Take-No-Prisoners Comedy

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Take-No-Prisoners Comedy

For KCRW, I'm Nick Madigan of the Baltimore Sun with Minding the Media.

The White House Correspondents' Dinner is a yearly ritual attended by everybody who is anybody in Washington. Traditionally, someone with a gift for wit will stand up and poke gentle fun at the administration, and the president himself will deliver a speech in which he gamely admits that he is not altogether perfect.

This year the designated hitter was Stephen Colbert, the acid-tongued comic who pretends on Comedy Central to be a fawning conservative anchor firmly in the Fox News tradition.

But Colbert's take-no-prisoners act, in which many people feel he embarrassed Bush unnecessarily, has raised a storm of comment that has barely abated well over a week after the dinner took place.

Colbert went after Bush's intelligence (or lack of it), his domestic spying program, the failures of Katrina and the Iraq war, his awful poll numbers, in short, anything that could remind the tricked-out crowd in the banquet hall and a national TV audience that Bush's presidency has been a disaster. Nevertheless, Colbert said, full of irony, "I stand by this man because he stands for things. Not only for things, he stands on things. Things like aircraft carriers and rubble and recently flooded city squares. And that sends a strong message that no matter what happens to America, she will always rebound with the most powerfully staged photo ops in the world."

In Sunday's Chicago Sun Times, TV critic Doug Elfman said Colbert's routine was remarkably brazen.

"He joked that Bush's presidency is like the Hindenburg," Elfman wrote. "It was perhaps the first time in Bush's tenure that the president was forced to sit and listen to any American cite the litany of criminal and corruption allegations that have piled up against his administration."

In the Washington Post, Richard Cohen said Colbert just wasn't funny. In a column on Thursday, he wrote that Colbert "was not just a failure as a comedian, but rude."

"Rudeness means taking advantage of the other person's sense of decorum or tradition or civility that keeps that other person from striking back or, worse, rising in a huff and leaving. The other night, that person was George W. Bush."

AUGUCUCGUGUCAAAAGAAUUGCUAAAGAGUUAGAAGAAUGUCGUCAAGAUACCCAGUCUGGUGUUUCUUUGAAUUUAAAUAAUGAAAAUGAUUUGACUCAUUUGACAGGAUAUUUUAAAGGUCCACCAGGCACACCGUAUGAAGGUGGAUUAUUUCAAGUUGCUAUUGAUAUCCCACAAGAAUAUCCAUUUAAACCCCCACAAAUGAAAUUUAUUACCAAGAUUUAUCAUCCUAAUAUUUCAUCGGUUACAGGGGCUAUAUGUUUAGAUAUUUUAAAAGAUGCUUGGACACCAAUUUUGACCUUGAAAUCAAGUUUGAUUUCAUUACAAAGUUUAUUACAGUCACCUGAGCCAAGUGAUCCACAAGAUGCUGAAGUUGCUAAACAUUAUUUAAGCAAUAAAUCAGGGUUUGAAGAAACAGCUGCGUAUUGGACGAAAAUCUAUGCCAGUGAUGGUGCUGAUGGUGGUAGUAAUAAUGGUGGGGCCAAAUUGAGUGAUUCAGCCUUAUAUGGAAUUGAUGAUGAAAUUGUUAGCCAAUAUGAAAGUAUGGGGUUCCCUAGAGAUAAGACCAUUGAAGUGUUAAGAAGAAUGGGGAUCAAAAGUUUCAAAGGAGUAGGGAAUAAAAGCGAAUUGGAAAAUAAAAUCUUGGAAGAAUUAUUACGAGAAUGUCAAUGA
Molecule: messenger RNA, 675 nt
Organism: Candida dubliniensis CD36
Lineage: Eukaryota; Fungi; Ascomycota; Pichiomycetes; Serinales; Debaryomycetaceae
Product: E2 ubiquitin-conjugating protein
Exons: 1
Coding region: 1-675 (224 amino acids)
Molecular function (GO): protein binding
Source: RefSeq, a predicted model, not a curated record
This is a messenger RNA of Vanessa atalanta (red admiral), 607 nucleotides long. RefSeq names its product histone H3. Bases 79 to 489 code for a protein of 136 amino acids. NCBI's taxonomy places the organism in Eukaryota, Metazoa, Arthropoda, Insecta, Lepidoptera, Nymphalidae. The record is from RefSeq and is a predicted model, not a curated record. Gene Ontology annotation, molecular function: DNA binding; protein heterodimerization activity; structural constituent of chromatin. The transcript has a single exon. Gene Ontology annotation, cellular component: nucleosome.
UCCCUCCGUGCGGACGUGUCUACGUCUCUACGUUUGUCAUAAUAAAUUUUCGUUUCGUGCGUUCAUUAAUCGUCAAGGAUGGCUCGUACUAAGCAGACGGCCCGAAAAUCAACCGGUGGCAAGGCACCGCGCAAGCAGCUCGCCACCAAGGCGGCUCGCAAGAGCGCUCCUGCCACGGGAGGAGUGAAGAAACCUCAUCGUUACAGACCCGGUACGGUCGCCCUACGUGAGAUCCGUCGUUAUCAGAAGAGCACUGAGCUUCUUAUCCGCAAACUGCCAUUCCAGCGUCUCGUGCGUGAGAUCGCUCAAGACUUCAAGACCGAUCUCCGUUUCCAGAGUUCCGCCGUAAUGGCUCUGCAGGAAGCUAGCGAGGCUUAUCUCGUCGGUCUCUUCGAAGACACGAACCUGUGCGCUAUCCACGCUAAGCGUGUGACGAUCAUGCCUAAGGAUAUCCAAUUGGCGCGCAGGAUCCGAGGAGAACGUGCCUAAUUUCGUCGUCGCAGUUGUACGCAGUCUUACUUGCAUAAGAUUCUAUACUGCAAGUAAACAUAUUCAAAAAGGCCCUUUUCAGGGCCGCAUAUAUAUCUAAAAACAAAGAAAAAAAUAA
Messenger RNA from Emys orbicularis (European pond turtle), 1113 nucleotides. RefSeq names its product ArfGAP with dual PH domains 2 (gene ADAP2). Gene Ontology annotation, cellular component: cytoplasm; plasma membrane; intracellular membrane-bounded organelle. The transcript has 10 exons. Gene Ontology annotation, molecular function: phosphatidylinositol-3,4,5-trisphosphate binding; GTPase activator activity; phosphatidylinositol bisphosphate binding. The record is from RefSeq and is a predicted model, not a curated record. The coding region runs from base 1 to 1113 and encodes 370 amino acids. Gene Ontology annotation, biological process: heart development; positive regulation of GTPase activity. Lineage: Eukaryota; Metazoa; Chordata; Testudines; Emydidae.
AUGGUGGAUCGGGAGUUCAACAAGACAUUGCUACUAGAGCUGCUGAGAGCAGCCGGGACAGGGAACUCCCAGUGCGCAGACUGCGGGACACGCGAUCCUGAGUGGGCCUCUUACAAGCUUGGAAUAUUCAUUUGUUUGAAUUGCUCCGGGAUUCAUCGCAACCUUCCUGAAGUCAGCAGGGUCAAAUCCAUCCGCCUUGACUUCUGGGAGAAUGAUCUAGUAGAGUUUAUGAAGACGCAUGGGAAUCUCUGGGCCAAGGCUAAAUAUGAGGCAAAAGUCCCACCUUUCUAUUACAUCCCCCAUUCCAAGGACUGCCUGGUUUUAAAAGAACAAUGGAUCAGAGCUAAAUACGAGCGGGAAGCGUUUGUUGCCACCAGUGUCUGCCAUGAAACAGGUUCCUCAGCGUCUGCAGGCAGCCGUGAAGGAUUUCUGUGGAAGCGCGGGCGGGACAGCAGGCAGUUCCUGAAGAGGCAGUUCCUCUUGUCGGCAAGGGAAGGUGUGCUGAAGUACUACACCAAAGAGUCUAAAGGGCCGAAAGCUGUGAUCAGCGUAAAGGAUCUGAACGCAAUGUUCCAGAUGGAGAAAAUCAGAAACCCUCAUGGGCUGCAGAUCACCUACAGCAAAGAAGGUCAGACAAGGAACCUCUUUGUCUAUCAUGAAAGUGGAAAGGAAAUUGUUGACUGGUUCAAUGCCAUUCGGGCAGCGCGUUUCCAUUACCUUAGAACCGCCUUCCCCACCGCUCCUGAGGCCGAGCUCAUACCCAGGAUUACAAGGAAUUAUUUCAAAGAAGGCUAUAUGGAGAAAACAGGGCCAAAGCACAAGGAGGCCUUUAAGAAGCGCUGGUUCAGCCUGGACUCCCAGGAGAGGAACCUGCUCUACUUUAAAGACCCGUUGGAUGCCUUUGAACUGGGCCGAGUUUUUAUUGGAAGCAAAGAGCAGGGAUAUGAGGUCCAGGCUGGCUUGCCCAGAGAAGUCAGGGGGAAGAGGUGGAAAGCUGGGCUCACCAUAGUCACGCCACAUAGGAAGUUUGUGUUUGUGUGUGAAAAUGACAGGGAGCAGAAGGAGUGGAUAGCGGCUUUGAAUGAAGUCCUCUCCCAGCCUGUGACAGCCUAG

Cohen's column created its own firestorm. In a second column this morning, he said he had gotten more than 4,000 e-mails, many of them lacerating him for his sympathetic stance toward Bush.

"Because I held such a view," Cohen said, "my attentive critics were convinced I had a political agenda. I was "George W. Bush's lap dog" If I did not like Colbert, I must like Bush. If I write for The Post, I must be a mainstream media warmonger."

Other columnists, like Les Payne in Newsday, thought Colbert was hilarious as well as courageous.

"First, let's stipulate that the Republicans at the dinner did not laugh because they were the butts of the jokes," Payne wrote for Sunday's paper. "Next, we have to accept that Colbert, as with his Comedy Central cohort Jon Stewart, has become something of a rival to television newscasters."

At the dinner, Colbert dismissed the White House press corps "as mere stenographers who take down fiction from the president and pass it off as facts." Maybe that's why many of the reporters weren't laughing.

But why were conservatives upset that a comedian would disrespect a sitting president? asked Chris Satullo in Sunday's Philadelphia Inquirer. "This from the people who called Bill Clinton everything except... no, wait, they called him that, too... The old 'hostile liberal media' rant is beyond tired." Conservatives are taking the heat because they're running everything, Satullo said. They're the ones "racking up deficits, body counts, fiascoes and indictments."

Attacking impotent Democrats, he said, "is like torturing a blind tabby cat."

This is Nick Madigan of The Baltimore Sun, Minding the Media on KCRW.



Nick Madigan